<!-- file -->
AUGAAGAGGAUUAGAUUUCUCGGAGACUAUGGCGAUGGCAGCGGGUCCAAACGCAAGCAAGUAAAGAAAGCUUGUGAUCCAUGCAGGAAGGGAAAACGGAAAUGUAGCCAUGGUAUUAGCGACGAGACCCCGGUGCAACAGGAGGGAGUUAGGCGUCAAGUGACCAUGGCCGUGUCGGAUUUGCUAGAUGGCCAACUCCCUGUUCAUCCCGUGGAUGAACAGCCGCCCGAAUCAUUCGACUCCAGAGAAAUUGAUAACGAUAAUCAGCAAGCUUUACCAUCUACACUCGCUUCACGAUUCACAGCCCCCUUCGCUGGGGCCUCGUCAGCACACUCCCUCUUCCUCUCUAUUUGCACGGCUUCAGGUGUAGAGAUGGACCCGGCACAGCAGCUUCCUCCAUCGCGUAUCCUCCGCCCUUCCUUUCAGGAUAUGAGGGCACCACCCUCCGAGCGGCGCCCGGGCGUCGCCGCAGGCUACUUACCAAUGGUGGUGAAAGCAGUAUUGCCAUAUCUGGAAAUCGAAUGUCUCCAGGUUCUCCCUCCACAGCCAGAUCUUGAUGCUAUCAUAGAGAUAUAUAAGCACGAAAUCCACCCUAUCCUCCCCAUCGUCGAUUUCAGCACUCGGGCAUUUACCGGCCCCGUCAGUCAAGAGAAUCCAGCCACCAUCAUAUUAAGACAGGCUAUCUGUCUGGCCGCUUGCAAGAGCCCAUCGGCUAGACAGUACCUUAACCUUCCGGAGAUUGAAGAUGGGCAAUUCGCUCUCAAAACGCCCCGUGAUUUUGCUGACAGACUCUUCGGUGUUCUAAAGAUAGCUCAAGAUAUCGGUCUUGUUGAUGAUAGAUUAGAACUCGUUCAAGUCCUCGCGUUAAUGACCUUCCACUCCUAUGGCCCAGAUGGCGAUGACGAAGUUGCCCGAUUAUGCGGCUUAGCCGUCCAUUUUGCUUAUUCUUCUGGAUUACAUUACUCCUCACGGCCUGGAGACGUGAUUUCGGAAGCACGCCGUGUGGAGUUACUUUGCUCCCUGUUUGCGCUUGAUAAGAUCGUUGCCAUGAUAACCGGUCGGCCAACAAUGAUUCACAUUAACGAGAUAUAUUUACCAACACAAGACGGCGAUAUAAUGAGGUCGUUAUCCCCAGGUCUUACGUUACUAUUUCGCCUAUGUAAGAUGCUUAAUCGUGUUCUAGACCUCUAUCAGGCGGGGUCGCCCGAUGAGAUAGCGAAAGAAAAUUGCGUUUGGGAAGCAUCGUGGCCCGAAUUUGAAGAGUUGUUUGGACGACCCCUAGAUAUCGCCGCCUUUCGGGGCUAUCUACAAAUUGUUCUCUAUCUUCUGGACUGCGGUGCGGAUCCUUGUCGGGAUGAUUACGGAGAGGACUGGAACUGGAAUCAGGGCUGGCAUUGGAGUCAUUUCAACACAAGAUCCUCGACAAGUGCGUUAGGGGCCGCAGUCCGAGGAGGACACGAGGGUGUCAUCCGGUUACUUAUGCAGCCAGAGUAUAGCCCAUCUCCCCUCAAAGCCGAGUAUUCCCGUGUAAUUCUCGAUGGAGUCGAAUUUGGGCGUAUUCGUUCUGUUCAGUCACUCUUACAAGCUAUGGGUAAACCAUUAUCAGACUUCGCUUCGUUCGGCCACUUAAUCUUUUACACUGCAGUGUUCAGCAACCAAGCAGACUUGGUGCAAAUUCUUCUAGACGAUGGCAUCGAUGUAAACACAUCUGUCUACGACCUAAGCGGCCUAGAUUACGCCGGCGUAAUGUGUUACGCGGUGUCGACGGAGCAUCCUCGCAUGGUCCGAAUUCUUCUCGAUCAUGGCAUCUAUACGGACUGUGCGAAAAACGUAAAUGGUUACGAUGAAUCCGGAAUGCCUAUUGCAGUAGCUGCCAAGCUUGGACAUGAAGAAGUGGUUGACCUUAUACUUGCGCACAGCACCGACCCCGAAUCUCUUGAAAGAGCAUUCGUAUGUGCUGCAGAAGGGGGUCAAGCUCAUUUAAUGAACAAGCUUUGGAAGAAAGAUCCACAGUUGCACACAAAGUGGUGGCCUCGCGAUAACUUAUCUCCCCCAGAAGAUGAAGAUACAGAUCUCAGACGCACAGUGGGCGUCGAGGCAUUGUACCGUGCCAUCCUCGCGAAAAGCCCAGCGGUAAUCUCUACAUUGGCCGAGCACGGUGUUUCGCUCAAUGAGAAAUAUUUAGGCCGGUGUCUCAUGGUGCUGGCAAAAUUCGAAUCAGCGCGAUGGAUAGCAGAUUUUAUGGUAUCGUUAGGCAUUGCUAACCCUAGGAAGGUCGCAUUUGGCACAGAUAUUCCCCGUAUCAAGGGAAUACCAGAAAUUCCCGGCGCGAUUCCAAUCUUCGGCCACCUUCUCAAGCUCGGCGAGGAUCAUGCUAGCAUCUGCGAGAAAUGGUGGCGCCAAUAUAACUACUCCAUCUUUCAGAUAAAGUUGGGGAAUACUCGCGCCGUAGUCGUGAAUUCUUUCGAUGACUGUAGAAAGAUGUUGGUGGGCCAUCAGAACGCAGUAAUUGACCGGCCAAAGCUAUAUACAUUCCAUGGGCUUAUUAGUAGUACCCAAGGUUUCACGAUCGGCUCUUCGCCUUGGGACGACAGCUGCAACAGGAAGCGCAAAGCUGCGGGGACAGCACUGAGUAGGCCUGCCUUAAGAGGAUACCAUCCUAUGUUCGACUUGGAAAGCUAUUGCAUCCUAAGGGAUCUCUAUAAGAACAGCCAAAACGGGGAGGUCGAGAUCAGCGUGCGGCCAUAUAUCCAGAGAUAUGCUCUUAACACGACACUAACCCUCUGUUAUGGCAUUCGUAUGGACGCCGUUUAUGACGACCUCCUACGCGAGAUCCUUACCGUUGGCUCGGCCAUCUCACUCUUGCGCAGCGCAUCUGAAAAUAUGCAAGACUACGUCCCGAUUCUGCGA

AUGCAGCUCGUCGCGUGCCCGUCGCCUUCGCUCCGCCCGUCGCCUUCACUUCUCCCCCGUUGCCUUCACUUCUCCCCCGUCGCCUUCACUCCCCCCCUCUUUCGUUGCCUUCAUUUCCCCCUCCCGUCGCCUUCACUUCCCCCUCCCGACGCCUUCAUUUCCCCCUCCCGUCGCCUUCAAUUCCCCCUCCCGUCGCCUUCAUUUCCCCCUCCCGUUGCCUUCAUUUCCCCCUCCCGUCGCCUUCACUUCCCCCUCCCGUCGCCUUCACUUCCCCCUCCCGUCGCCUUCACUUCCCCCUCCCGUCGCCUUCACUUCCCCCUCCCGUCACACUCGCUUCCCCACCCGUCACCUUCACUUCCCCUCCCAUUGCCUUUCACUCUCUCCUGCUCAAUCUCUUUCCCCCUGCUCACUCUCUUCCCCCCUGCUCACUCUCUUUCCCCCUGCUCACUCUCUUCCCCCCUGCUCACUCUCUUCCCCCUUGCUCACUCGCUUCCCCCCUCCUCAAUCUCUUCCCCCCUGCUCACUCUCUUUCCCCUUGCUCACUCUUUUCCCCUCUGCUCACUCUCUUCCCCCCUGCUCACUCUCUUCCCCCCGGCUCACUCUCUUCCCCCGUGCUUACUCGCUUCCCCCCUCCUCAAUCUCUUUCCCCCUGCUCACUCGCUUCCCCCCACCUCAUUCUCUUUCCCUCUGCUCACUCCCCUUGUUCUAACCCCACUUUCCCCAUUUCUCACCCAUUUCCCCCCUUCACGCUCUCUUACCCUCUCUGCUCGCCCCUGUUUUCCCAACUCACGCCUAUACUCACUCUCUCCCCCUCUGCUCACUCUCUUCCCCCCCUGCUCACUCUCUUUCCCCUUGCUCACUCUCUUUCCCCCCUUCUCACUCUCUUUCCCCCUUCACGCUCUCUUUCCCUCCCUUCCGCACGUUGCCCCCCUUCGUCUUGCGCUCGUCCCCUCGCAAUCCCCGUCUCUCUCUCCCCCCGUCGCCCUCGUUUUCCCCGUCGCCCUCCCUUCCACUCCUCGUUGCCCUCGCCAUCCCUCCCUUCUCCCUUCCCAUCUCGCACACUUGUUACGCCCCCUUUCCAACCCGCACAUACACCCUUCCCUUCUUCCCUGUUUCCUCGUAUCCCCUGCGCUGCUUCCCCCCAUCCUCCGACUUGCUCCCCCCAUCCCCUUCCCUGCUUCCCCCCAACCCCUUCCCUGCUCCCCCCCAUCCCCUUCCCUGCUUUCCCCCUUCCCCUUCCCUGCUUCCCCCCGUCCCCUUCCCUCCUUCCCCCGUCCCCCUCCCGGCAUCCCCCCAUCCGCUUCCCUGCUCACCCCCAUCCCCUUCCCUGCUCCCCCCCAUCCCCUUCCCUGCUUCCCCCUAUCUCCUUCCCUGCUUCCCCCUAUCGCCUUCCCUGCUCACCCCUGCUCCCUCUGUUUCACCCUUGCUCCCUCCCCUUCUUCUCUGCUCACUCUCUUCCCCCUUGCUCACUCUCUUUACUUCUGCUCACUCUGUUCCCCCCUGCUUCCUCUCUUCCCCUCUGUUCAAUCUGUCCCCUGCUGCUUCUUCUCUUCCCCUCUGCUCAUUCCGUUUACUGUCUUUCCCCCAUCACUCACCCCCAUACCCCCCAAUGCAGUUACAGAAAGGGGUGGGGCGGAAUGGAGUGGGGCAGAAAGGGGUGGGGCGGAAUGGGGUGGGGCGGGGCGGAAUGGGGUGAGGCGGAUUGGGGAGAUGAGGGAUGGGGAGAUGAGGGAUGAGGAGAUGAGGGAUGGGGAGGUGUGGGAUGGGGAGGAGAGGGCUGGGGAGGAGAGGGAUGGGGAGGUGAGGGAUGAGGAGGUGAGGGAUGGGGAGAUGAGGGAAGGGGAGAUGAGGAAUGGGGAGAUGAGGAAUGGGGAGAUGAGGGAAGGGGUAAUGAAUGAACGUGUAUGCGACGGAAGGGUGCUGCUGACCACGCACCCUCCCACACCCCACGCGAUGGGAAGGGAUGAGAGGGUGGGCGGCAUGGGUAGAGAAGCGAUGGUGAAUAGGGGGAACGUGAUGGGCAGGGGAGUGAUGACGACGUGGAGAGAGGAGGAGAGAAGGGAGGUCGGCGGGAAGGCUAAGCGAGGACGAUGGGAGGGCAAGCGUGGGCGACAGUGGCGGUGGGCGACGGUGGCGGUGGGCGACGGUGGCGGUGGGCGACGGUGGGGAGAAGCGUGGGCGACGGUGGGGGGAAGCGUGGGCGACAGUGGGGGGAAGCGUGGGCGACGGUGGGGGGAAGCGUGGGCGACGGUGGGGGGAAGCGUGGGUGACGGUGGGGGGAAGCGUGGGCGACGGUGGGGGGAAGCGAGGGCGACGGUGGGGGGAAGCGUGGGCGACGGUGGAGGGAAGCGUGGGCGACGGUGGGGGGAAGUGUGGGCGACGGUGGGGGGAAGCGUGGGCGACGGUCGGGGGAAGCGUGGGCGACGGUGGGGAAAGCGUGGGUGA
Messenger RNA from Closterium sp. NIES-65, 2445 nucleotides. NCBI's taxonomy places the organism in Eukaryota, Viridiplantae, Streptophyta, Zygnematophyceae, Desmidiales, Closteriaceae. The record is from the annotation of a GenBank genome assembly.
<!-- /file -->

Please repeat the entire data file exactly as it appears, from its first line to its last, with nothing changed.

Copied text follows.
AUGAAGAGGAUUAGAUUUCUCGGAGACUAUGGCGAUGGCAGCGGGUCCAAACGCAAGCAAGUAAAGAAAGCUUGUGAUCCAUGCAGGAAGGGAAAACGGAAAUGUAGCCAUGGUAUUAGCGACGAGACCCCGGUGCAACAGGAGGGAGUUAGGCGUCAAGUGACCAUGGCCGUGUCGGAUUUGCUAGAUGGCCAACUCCCUGUUCAUCCCGUGGAUGAACAGCCGCCCGAAUCAUUCGACUCCAGAGAAAUUGAUAACGAUAAUCAGCAAGCUUUACCAUCUACACUCGCUUCACGAUUCACAGCCCCCUUCGCUGGGGCCUCGUCAGCACACUCCCUCUUCCUCUCUAUUUGCACGGCUUCAGGUGUAGAGAUGGACCCGGCACAGCAGCUUCCUCCAUCGCGUAUCCUCCGCCCUUCCUUUCAGGAUAUGAGGGCACCACCCUCCGAGCGGCGCCCGGGCGUCGCCGCAGGCUACUUACCAAUGGUGGUGAAAGCAGUAUUGCCAUAUCUGGAAAUCGAAUGUCUCCAGGUUCUCCCUCCACAGCCAGAUCUUGAUGCUAUCAUAGAGAUAUAUAAGCACGAAAUCCACCCUAUCCUCCCCAUCGUCGAUUUCAGCACUCGGGCAUUUACCGGCCCCGUCAGUCAAGAGAAUCCAGCCACCAUCAUAUUAAGACAGGCUAUCUGUCUGGCCGCUUGCAAGAGCCCAUCGGCUAGACAGUACCUUAACCUUCCGGAGAUUGAAGAUGGGCAAUUCGCUCUCAAAACGCCCCGUGAUUUUGCUGACAGACUCUUCGGUGUUCUAAAGAUAGCUCAAGAUAUCGGUCUUGUUGAUGAUAGAUUAGAACUCGUUCAAGUCCUCGCGUUAAUGACCUUCCACUCCUAUGGCCCAGAUGGCGAUGACGAAGUUGCCCGAUUAUGCGGCUUAGCCGUCCAUUUUGCUUAUUCUUCUGGAUUACAUUACUCCUCACGGCCUGGAGACGUGAUUUCGGAAGCACGCCGUGUGGAGUUACUUUGCUCCCUGUUUGCGCUUGAUAAGAUCGUUGCCAUGAUAACCGGUCGGCCAACAAUGAUUCACAUUAACGAGAUAUAUUUACCAACACAAGACGGCGAUAUAAUGAGGUCGUUAUCCCCAGGUCUUACGUUACUAUUUCGCCUAUGUAAGAUGCUUAAUCGUGUUCUAGACCUCUAUCAGGCGGGGUCGCCCGAUGAGAUAGCGAAAGAAAAUUGCGUUUGGGAAGCAUCGUGGCCCGAAUUUGAAGAGUUGUUUGGACGACCCCUAGAUAUCGCCGCCUUUCGGGGCUAUCUACAAAUUGUUCUCUAUCUUCUGGACUGCGGUGCGGAUCCUUGUCGGGAUGAUUACGGAGAGGACUGGAACUGGAAUCAGGGCUGGCAUUGGAGUCAUUUCAACACAAGAUCCUCGACAAGUGCGUUAGGGGCCGCAGUCCGAGGAGGACACGAGGGUGUCAUCCGGUUACUUAUGCAGCCAGAGUAUAGCCCAUCUCCCCUCAAAGCCGAGUAUUCCCGUGUAAUUCUCGAUGGAGUCGAAUUUGGGCGUAUUCGUUCUGUUCAGUCACUCUUACAAGCUAUGGGUAAACCAUUAUCAGACUUCGCUUCGUUCGGCCACUUAAUCUUUUACACUGCAGUGUUCAGCAACCAAGCAGACUUGGUGCAAAUUCUUCUAGACGAUGGCAUCGAUGUAAACACAUCUGUCUACGACCUAAGCGGCCUAGAUUACGCCGGCGUAAUGUGUUACGCGGUGUCGACGGAGCAUCCUCGCAUGGUCCGAAUUCUUCUCGAUCAUGGCAUCUAUACGGACUGUGCGAAAAACGUAAAUGGUUACGAUGAAUCCGGAAUGCCUAUUGCAGUAGCUGCCAAGCUUGGACAUGAAGAAGUGGUUGACCUUAUACUUGCGCACAGCACCGACCCCGAAUCUCUUGAAAGAGCAUUCGUAUGUGCUGCAGAAGGGGGUCAAGCUCAUUUAAUGAACAAGCUUUGGAAGAAAGAUCCACAGUUGCACACAAAGUGGUGGCCUCGCGAUAACUUAUCUCCCCCAGAAGAUGAAGAUACAGAUCUCAGACGCACAGUGGGCGUCGAGGCAUUGUACCGUGCCAUCCUCGCGAAAAGCCCAGCGGUAAUCUCUACAUUGGCCGAGCACGGUGUUUCGCUCAAUGAGAAAUAUUUAGGCCGGUGUCUCAUGGUGCUGGCAAAAUUCGAAUCAGCGCGAUGGAUAGCAGAUUUUAUGGUAUCGUUAGGCAUUGCUAACCCUAGGAAGGUCGCAUUUGGCACAGAUAUUCCCCGUAUCAAGGGAAUACCAGAAAUUCCCGGCGCGAUUCCAAUCUUCGGCCACCUUCUCAAGCUCGGCGAGGAUCAUGCUAGCAUCUGCGAGAAAUGGUGGCGCCAAUAUAACUACUCCAUCUUUCAGAUAAAGUUGGGGAAUACUCGCGCCGUAGUCGUGAAUUCUUUCGAUGACUGUAGAAAGAUGUUGGUGGGCCAUCAGAACGCAGUAAUUGACCGGCCAAAGCUAUAUACAUUCCAUGGGCUUAUUAGUAGUACCCAAGGUUUCACGAUCGGCUCUUCGCCUUGGGACGACAGCUGCAACAGGAAGCGCAAAGCUGCGGGGACAGCACUGAGUAGGCCUGCCUUAAGAGGAUACCAUCCUAUGUUCGACUUGGAAAGCUAUUGCAUCCUAAGGGAUCUCUAUAAGAACAGCCAAAACGGGGAGGUCGAGAUCAGCGUGCGGCCAUAUAUCCAGAGAUAUGCUCUUAACACGACACUAACCCUCUGUUAUGGCAUUCGUAUGGACGCCGUUUAUGACGACCUCCUACGCGAGAUCCUUACCGUUGGCUCGGCCAUCUCACUCUUGCGCAGCGCAUCUGAAAAUAUGCAAGACUACGUCCCGAUUCUGCGA

AUGCAGCUCGUCGCGUGCCCGUCGCCUUCGCUCCGCCCGUCGCCUUCACUUCUCCCCCGUUGCCUUCACUUCUCCCCCGUCGCCUUCACUCCCCCCCUCUUUCGUUGCCUUCAUUUCCCCCUCCCGUCGCCUUCACUUCCCCCUCCCGACGCCUUCAUUUCCCCCUCCCGUCGCCUUCAAUUCCCCCUCCCGUCGCCUUCAUUUCCCCCUCCCGUUGCCUUCAUUUCCCCCUCCCGUCGCCUUCACUUCCCCCUCCCGUCGCCUUCACUUCCCCCUCCCGUCGCCUUCACUUCCCCCUCCCGUCGCCUUCACUUCCCCCUCCCGUCACACUCGCUUCCCCACCCGUCACCUUCACUUCCCCUCCCAUUGCCUUUCACUCUCUCCUGCUCAAUCUCUUUCCCCCUGCUCACUCUCUUCCCCCCUGCUCACUCUCUUUCCCCCUGCUCACUCUCUUCCCCCCUGCUCACUCUCUUCCCCCUUGCUCACUCGCUUCCCCCCUCCUCAAUCUCUUCCCCCCUGCUCACUCUCUUUCCCCUUGCUCACUCUUUUCCCCUCUGCUCACUCUCUUCCCCCCUGCUCACUCUCUUCCCCCCGGCUCACUCUCUUCCCCCGUGCUUACUCGCUUCCCCCCUCCUCAAUCUCUUUCCCCCUGCUCACUCGCUUCCCCCCACCUCAUUCUCUUUCCCUCUGCUCACUCCCCUUGUUCUAACCCCACUUUCCCCAUUUCUCACCCAUUUCCCCCCUUCACGCUCUCUUACCCUCUCUGCUCGCCCCUGUUUUCCCAACUCACGCCUAUACUCACUCUCUCCCCCUCUGCUCACUCUCUUCCCCCCCUGCUCACUCUCUUUCCCCUUGCUCACUCUCUUUCCCCCCUUCUCACUCUCUUUCCCCCUUCACGCUCUCUUUCCCUCCCUUCCGCACGUUGCCCCCCUUCGUCUUGCGCUCGUCCCCUCGCAAUCCCCGUCUCUCUCUCCCCCCGUCGCCCUCGUUUUCCCCGUCGCCCUCCCUUCCACUCCUCGUUGCCCUCGCCAUCCCUCCCUUCUCCCUUCCCAUCUCGCACACUUGUUACGCCCCCUUUCCAACCCGCACAUACACCCUUCCCUUCUUCCCUGUUUCCUCGUAUCCCCUGCGCUGCUUCCCCCCAUCCUCCGACUUGCUCCCCCCAUCCCCUUCCCUGCUUCCCCCCAACCCCUUCCCUGCUCCCCCCCAUCCCCUUCCCUGCUUUCCCCCUUCCCCUUCCCUGCUUCCCCCCGUCCCCUUCCCUCCUUCCCCCGUCCCCCUCCCGGCAUCCCCCCAUCCGCUUCCCUGCUCACCCCCAUCCCCUUCCCUGCUCCCCCCCAUCCCCUUCCCUGCUUCCCCCUAUCUCCUUCCCUGCUUCCCCCUAUCGCCUUCCCUGCUCACCCCUGCUCCCUCUGUUUCACCCUUGCUCCCUCCCCUUCUUCUCUGCUCACUCUCUUCCCCCUUGCUCACUCUCUUUACUUCUGCUCACUCUGUUCCCCCCUGCUUCCUCUCUUCCCCUCUGUUCAAUCUGUCCCCUGCUGCUUCUUCUCUUCCCCUCUGCUCAUUCCGUUUACUGUCUUUCCCCCAUCACUCACCCCCAUACCCCCCAAUGCAGUUACAGAAAGGGGUGGGGCGGAAUGGAGUGGGGCAGAAAGGGGUGGGGCGGAAUGGGGUGGGGCGGGGCGGAAUGGGGUGAGGCGGAUUGGGGAGAUGAGGGAUGGGGAGAUGAGGGAUGAGGAGAUGAGGGAUGGGGAGGUGUGGGAUGGGGAGGAGAGGGCUGGGGAGGAGAGGGAUGGGGAGGUGAGGGAUGAGGAGGUGAGGGAUGGGGAGAUGAGGGAAGGGGAGAUGAGGAAUGGGGAGAUGAGGAAUGGGGAGAUGAGGGAAGGGGUAAUGAAUGAACGUGUAUGCGACGGAAGGGUGCUGCUGACCACGCACCCUCCCACACCCCACGCGAUGGGAAGGGAUGAGAGGGUGGGCGGCAUGGGUAGAGAAGCGAUGGUGAAUAGGGGGAACGUGAUGGGCAGGGGAGUGAUGACGACGUGGAGAGAGGAGGAGAGAAGGGAGGUCGGCGGGAAGGCUAAGCGAGGACGAUGGGAGGGCAAGCGUGGGCGACAGUGGCGGUGGGCGACGGUGGCGGUGGGCGACGGUGGCGGUGGGCGACGGUGGGGAGAAGCGUGGGCGACGGUGGGGGGAAGCGUGGGCGACAGUGGGGGGAAGCGUGGGCGACGGUGGGGGGAAGCGUGGGCGACGGUGGGGGGAAGCGUGGGUGACGGUGGGGGGAAGCGUGGGCGACGGUGGGGGGAAGCGAGGGCGACGGUGGGGGGAAGCGUGGGCGACGGUGGAGGGAAGCGUGGGCGACGGUGGGGGGAAGUGUGGGCGACGGUGGGGGGAAGCGUGGGCGACGGUCGGGGGAAGCGUGGGCGACGGUGGGGAAAGCGUGGGUGA
Messenger RNA from Closterium sp. NIES-65, 2445 nucleotides. NCBI's taxonomy places the organism in Eukaryota, Viridiplantae, Streptophyta, Zygnematophyceae, Desmidiales, Closteriaceae. The record is from the annotation of a GenBank genome assembly.